- Impact on ability to progress the business during the limbo period of partnership dissolution.
- Time taken away from other pressing priorities.
- Legal costs
- Not to mention the pain to the ‘innocent children’ involved.
A lot of people ask me how short I am. Since my last divorce, I’m about $100,000 short.
– Mickey Rooney
Consider too, situations where perhaps the supplier isn’t that bad after all – but you only realize it after divorce.
I was speaking with a colleague who told me about her remarriage to a supplier we realized we could not live without.
Imagine the scene. Supplier is having a difficult time producing product X, Manufacturing Plant is unable to meet shipment expectations, the daily problem resolution calls begin and promises are missed. Even though the supplier really wanted to ship the material on time and to specification, it was, well, COMPLICATED.
Fast forward to escalation to senior management when both businesses are under pressure. You know the story – and it didn’t end well.
Purchases saves the day by finding an alternate supplier yet there is still no reliable supply of material X, because it was, well, COMPLICATED. And in this case, the new supplier aims to minimize his losses and stops production.
So, we go back to our first love and say,“Please take me back, I can’t live without you.”
Making the Love Last
When coaching new buyers on the importance of contracts, my students learn that a good contract helps the parties separate equitably and amiably in case of divorce. I also coach that the more you talk through the potential pain of contract dissolution, the more obvious the value of working with your supplier partner to make the relationship last.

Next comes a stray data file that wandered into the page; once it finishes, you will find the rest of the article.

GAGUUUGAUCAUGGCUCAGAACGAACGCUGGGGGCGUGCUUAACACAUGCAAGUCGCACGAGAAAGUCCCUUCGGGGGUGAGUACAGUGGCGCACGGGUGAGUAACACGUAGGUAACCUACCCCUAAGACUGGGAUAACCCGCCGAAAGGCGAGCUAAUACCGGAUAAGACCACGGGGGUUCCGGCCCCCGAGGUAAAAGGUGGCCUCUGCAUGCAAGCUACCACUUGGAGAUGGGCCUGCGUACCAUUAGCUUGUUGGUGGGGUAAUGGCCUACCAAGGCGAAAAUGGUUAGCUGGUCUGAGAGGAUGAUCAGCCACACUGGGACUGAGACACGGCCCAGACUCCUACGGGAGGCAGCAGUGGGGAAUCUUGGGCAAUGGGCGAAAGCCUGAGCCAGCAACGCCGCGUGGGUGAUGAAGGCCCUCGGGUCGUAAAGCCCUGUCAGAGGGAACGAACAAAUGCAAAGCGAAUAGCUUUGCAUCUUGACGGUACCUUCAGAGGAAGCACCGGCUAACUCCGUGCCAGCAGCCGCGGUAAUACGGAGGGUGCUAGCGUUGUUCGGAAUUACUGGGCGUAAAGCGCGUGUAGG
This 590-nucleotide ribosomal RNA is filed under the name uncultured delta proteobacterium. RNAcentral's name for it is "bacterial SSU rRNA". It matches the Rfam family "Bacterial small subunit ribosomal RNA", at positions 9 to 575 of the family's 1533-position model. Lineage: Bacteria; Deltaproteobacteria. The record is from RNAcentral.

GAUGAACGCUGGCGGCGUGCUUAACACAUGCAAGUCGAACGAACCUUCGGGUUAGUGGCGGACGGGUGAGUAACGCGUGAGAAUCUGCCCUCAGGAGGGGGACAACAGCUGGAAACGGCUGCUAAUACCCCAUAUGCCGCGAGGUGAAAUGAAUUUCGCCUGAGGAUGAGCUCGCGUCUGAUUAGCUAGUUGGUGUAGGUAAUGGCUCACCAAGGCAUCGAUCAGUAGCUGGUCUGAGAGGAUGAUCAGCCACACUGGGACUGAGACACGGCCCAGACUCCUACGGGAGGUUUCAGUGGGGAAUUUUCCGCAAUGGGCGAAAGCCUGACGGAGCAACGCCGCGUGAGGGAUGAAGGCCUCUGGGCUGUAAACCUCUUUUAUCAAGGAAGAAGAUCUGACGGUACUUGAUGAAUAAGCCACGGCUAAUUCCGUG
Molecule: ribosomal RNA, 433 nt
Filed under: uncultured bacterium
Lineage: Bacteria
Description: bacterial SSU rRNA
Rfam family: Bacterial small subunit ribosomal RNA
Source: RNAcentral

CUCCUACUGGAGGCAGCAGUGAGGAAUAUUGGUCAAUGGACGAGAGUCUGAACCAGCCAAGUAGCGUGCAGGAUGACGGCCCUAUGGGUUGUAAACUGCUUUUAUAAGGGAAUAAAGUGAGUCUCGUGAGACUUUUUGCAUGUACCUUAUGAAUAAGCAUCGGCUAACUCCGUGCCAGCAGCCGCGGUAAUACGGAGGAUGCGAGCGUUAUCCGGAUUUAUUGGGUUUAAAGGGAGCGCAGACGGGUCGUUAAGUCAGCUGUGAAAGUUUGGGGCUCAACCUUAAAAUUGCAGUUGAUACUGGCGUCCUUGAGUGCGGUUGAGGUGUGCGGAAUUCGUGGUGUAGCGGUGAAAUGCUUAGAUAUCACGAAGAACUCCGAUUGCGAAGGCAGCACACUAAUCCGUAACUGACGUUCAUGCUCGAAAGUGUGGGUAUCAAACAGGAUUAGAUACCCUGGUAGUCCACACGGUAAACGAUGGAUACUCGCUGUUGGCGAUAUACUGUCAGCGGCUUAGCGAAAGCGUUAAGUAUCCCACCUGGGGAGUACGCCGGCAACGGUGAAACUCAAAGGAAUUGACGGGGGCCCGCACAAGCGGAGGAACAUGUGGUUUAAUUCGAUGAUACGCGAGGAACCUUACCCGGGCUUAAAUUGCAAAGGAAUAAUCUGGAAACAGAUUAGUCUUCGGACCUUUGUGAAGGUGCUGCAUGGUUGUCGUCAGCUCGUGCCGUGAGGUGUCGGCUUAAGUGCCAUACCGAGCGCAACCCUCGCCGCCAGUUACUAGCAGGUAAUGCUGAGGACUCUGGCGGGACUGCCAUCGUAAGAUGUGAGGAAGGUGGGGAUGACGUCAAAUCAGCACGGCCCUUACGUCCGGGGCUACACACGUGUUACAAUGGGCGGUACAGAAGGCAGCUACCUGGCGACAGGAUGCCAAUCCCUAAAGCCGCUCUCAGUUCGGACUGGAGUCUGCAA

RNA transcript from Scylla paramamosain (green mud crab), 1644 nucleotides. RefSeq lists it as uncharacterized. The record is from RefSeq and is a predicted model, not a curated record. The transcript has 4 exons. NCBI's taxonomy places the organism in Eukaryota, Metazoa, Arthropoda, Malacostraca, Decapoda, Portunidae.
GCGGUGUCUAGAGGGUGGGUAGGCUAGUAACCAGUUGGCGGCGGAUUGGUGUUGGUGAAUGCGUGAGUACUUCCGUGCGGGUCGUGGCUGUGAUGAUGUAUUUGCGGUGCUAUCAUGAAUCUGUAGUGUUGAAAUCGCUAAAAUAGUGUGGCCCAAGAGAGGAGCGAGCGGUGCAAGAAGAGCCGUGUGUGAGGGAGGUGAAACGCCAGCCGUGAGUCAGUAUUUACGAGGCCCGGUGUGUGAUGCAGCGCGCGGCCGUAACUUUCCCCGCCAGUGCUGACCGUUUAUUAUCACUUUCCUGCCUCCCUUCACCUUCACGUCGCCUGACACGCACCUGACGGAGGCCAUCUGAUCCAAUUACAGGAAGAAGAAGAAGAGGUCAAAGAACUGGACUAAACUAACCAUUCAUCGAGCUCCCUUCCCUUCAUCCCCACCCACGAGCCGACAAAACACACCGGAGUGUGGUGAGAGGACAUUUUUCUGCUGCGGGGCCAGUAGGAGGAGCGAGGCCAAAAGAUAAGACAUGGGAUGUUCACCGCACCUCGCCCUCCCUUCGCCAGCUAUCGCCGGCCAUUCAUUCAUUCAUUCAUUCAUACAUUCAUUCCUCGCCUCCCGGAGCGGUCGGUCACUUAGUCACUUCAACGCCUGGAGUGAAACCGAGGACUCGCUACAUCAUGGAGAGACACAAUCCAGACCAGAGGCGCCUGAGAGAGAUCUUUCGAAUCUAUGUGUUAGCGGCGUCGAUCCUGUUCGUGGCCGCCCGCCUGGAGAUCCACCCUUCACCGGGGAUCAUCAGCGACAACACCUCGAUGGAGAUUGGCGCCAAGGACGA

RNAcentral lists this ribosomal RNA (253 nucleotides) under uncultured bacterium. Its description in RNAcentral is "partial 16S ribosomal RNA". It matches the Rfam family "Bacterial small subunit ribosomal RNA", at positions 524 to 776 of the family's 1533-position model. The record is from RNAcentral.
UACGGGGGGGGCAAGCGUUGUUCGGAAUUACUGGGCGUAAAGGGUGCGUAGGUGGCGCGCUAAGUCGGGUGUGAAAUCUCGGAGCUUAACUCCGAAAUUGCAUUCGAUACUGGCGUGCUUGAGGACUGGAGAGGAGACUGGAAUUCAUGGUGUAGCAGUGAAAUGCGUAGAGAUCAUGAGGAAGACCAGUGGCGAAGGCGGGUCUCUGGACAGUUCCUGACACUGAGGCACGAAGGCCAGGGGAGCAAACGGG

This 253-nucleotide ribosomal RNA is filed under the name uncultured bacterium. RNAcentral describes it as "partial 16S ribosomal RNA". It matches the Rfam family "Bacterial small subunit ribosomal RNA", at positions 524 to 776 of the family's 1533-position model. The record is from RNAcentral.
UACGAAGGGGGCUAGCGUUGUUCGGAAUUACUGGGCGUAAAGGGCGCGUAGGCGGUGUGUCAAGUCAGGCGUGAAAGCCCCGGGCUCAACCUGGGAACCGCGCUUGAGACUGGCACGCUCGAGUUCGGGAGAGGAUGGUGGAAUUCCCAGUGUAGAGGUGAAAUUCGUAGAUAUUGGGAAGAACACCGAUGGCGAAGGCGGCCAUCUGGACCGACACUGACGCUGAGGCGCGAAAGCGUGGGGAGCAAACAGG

Here are some simple guidelines:
- Be open and honest, no hidden agendas.
- Be open minded and seek to understand your partner before speaking.
- Consider barriers to success on both the Service Partner and Client side
- Look for mutual benefit.
- And Listen again
Like any successful marriage, a partnership that has on-going value to both parties is built on a foundation of individuals doing their best every day.
For Service Partners, the client expects you to be the expert in your service offering, to stay ahead of competition and bring continuous improvement and breakthrough thinking to your client. Don’t let me find out you’ve been cheating on me and giving better service, better pricing or better innovation to someone else!
For Clients, think about how you enable the success of your partner – opening doors, offer opportunity for growth, break down company barriers to supplier success. Don’t just be the Client that every supplier wants to date – be the Client with the partner who promises to be there in sickness and in health, for better or for worse, until death do us part. And we we aim for business immortality!
I’d love to hear from you! Do you have a mutually beneficial partnership or do you have a horror story to share?
I want to learn from you so talk to me.
And if you missed the other parts of this series, here are your links back: